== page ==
The campaign against “race hustling” currently being launched by the Institute of Race Relations (IRR) comes not a moment too soon. This growing industry is as big a menace as politicians who blame their own failures on apartheid. It is also insulting to both blacks and whites.
According to an IRR statement issued last week, the “race hustler consultancies” that are springing up are exaggerating the extent of racism in schools and businesses to “win contracts to address this allegedly ubiquitous crisis”. The IRR intends to expose all these “hustlers”.
What the IRR labels as their “unsubstantiated insistence that racism is the biggest problem” facing South Africa in fact flies in the face of no fewer than seven nation-wide opinion surveys commissioned by the IRR over the past 20 years. Race issues were a concern for only 8% of South Africans in 2001 and only 3.3% last year. Unemployment, crime, living conditions, and poor education have long been of far greater concern.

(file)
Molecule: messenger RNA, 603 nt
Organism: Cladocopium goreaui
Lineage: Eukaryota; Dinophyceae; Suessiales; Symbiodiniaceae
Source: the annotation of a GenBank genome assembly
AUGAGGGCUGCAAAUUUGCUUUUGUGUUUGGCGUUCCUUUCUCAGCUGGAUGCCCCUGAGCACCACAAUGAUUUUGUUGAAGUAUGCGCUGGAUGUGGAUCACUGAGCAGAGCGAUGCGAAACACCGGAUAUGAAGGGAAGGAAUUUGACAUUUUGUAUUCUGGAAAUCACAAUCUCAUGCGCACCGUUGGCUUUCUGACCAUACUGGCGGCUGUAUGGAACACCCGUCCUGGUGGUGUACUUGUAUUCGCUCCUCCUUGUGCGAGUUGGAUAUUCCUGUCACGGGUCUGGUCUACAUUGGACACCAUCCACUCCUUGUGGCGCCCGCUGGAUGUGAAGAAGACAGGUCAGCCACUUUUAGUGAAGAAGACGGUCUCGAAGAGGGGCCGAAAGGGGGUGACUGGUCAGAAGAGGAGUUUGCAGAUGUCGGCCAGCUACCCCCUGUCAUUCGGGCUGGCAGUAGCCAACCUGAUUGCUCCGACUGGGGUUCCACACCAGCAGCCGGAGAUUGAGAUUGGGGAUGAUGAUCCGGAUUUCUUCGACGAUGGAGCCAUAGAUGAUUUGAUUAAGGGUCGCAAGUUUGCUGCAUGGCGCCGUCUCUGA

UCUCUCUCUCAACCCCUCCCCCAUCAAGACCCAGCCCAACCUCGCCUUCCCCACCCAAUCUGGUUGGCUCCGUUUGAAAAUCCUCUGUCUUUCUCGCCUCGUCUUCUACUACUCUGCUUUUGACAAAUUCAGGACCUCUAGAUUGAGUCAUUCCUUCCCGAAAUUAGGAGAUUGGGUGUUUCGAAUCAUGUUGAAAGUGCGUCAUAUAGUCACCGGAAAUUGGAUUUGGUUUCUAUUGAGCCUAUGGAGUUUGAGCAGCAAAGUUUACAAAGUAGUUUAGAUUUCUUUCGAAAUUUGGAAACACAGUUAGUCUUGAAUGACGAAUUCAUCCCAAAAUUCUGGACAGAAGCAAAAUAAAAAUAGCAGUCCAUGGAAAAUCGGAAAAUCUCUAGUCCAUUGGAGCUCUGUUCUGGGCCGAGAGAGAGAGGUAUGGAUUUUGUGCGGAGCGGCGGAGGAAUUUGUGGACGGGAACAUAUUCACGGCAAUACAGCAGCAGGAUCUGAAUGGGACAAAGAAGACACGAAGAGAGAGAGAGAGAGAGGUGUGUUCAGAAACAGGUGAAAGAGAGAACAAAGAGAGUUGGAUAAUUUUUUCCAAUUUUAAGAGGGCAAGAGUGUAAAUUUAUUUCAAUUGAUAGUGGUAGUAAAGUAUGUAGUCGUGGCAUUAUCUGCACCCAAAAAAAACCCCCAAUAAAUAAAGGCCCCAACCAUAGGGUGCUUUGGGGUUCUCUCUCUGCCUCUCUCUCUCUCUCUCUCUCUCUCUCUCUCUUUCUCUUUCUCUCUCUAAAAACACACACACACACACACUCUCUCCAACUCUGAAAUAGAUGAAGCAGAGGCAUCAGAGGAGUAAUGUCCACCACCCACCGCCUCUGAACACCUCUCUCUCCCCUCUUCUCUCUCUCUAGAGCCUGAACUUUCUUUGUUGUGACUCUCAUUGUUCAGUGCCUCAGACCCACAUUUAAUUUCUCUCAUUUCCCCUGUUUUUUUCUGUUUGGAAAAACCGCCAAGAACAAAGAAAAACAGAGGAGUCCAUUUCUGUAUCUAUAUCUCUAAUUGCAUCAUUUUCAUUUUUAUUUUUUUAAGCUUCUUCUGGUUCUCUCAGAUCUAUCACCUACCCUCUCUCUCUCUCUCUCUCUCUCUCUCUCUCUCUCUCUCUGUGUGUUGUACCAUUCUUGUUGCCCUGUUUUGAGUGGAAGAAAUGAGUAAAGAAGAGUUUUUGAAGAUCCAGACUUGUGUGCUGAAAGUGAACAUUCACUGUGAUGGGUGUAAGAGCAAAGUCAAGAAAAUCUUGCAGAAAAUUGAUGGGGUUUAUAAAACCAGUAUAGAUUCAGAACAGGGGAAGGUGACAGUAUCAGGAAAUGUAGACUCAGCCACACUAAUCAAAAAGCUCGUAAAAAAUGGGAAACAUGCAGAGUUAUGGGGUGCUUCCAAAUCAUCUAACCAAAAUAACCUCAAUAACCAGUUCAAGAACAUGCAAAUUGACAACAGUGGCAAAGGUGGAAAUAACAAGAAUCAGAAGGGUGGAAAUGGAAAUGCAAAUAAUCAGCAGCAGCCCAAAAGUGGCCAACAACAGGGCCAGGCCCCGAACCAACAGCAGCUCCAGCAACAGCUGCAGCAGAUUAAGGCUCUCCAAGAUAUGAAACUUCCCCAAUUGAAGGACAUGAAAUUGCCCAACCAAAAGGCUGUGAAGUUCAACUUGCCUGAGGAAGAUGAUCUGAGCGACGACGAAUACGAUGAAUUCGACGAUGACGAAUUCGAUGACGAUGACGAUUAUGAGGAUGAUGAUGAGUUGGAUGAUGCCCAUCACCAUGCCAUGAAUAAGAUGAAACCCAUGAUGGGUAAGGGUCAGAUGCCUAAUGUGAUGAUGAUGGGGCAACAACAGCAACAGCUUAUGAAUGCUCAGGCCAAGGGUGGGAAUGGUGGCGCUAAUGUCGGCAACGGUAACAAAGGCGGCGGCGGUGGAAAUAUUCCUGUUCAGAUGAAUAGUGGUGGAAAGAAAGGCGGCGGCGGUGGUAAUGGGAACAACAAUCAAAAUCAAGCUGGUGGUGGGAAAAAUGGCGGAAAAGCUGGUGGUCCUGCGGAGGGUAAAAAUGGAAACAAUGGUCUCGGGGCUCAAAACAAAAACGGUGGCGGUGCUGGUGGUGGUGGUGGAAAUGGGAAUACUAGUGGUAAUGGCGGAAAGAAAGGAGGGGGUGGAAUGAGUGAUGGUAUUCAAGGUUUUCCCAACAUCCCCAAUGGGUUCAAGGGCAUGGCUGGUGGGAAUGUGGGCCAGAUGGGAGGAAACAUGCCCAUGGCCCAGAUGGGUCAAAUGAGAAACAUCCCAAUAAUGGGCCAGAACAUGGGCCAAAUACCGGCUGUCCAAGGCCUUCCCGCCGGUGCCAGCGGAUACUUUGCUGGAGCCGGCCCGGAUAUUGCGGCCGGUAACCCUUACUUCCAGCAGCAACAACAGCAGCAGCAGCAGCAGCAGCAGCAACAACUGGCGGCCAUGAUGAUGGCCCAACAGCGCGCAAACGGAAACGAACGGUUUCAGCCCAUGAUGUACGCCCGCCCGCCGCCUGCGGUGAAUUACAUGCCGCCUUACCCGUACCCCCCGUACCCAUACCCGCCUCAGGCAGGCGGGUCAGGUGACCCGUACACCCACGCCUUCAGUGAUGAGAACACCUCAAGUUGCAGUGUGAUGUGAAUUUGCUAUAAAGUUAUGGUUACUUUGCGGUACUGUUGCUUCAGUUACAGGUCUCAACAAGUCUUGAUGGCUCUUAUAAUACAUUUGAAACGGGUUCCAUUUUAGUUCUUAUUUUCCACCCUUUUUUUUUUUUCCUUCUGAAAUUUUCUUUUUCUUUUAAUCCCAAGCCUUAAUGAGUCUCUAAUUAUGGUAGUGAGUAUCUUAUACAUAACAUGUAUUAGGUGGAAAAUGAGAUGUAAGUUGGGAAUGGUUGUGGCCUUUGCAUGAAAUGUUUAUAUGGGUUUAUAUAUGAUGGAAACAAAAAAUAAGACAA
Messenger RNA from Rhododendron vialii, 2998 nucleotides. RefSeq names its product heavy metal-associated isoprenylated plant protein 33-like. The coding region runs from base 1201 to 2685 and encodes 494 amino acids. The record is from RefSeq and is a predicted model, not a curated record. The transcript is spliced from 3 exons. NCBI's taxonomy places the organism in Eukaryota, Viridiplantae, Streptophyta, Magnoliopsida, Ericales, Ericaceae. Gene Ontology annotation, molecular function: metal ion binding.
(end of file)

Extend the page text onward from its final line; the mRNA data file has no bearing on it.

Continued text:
The false claims about ubiquitous racism not only ignore contrary evidence, but also the history of what has been achieved in this country.
Back in 1978 the IRR published a book describing the content of this country’s apartheid laws, including the security laws designed to suppress resistance. Written by Muriel Horrell and entitled Laws Affecting Race Relations in South Africa, the compendium ran to 479 pages. The book had to be that thick and that long because there was no aspect of life that was not governed by racial restrictions.
Twelve years later, in 1990, the IRR published my book, South Africa’s Silent Revolution. Most of it written before F W de Klerk’s famous speech of 2nd February 1990, this book described how that mighty apartheid edifice was “crumbling all about us” and how the “new society is taking shape”. I had in fact already chronicled the process of the “erosion of apartheid” in testimony to a congressional sub-committee in Washington DC in March 1988.